University of Virginia Library


John Webster's reputation rests upon two fascinating Italianate tragedies which, though displaying such baroque excess of local elaboration and such straining for sensational effect as to lack clarity of outline or obvious coherence of purpose or point of view, are pervaded by a distinctive and haunting atmosphere that blends savagery, melancholy, and a nerve-tingling sense of impending doom. And the "Tussaud laureate" who created The White Devil and The Duchess of Malfi set his seal no less surely on their dazzling tragi-comic counterpart, The Devil's Law Case. But Appius and Virginia, first published in 1654 with a title-page ascription to Webster, is less clearly a product of the same singular imagination; for this Roman tragedy is "striking in its almost classical simplicity of construction" (Lucas, Webster's Works, III, 146). In plot it is straightforward, direct, and unified, and in style it is restrained. Can such a work really be Webster's?

Rupert Brooke thought not, vigorously arguing in 1913 that Webster's sole contribution to Appius was the revision of I.i and IV.i, the play being Heywood's.[1] Most scholars have since apportioned Appius between Webster and Heywood, although Bentley was characteristically impatient at what he pronounced "impressionism rationalized," and saw "no grounds for any dogmatic assertions about the authorship" (Jacobean and Caroline Stage, V, 1247). F. L. Lucas could scarcely be accused of dogmatism on the subject. In his standard edition of Webster's works he hesitantly ascribed I.i, I.ii, III.ii, III.iii, IV.i, and V.i to Webster alone, considered II.ii largely his, and found traces of his work in every scene except (doubtfully) II.i, IV.ii, and V.ii. In his massive two-volume study of the playwright, Fernand Lagarde surveyed all the evidence for authorship of Appius and Virginia, and on the basis of his own intimate knowledge of the dramatist and of an analysis of orthographical and linguistic forms concluded: "Nous proposons d'attribuer sans réserve à Webster I.i., I.ii., II.ii., III.iii., III.iii., IV.i. et V.i., et de lui concéder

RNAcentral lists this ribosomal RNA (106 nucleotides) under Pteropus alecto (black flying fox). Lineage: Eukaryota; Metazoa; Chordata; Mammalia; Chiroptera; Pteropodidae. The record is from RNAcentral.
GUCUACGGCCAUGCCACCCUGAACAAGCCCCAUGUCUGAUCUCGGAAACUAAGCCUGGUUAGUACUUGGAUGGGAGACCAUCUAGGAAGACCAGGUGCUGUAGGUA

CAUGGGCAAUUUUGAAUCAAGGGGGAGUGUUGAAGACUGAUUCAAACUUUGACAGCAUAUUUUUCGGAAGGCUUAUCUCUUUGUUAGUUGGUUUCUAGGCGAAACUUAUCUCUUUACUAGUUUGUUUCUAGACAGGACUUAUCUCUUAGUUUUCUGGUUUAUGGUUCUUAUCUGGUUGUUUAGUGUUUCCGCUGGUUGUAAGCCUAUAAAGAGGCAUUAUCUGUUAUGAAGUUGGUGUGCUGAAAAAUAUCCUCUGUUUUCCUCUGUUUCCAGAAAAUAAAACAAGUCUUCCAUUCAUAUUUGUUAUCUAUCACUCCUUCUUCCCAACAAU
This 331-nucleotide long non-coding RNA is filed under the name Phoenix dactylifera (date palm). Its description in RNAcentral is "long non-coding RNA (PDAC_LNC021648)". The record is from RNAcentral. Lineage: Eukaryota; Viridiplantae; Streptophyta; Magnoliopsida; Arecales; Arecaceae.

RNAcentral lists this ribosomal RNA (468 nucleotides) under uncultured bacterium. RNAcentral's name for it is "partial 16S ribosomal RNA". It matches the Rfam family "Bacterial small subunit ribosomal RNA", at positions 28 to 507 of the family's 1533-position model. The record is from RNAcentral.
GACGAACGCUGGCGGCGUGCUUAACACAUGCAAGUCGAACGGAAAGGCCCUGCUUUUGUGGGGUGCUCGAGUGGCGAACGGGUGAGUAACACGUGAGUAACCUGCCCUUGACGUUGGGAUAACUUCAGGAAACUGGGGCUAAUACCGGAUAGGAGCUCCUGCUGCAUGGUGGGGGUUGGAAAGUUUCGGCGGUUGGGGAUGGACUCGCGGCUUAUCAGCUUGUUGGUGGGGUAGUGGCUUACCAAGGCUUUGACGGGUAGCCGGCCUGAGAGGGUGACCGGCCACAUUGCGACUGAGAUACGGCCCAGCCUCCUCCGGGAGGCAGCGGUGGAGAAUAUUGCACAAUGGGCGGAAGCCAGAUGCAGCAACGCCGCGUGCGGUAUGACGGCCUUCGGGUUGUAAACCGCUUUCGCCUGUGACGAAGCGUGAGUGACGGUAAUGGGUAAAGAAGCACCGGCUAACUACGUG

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un certain rôle dans la composition de I.iii., de I.iv., de II.iii. et de V.ii." Peter B. Murray, after counting some contractions, felt most confident of Webster's authorship of I.ii, II.ii, III.ii, III.iii, IV.i, and V.ii. And Sanford Sternlicht's thorough comparison of the play's imagery with that of the three undoubted Webster plays persuaded him that five scenes (I.i, I.ii, II.ii, III.iii, and IV.i) "belong fully and strongly to Webster," and that three others (IV.ii.1-44, V.i, and V.ii) show signs of his hand.

Lucas, Lagarde, Murray, and Sternlicht exhibit a fair measure of agreement. Yet none offers compelling evidence, and the problem remains intractable. Arguments from diction and imagery are, as Lucas was well aware, of dubious value, when the whole artistic impulse of Appius and Virginia is towards a far more chaste dramaturgy than that which served Webster in his Italian tragedies. Though Lagarde, unlike Murray, gives an accurate and fairly full tabulation of the linguistic forms in Appius and Virginia, Lucrece is his sole source of comparative material for Heywood. There is still much to be done along this line of enquiry. My purpose in this article is twofold: to provide, through bibliographical and, in particular, compositorial analysis of the 1654 Quarto of Appius, a sold basis for examination of those orthographical and linguistic minutiae which may aid author identification, and to undertake a more comprehensive examination of this sort of evidence than has been reported up till now.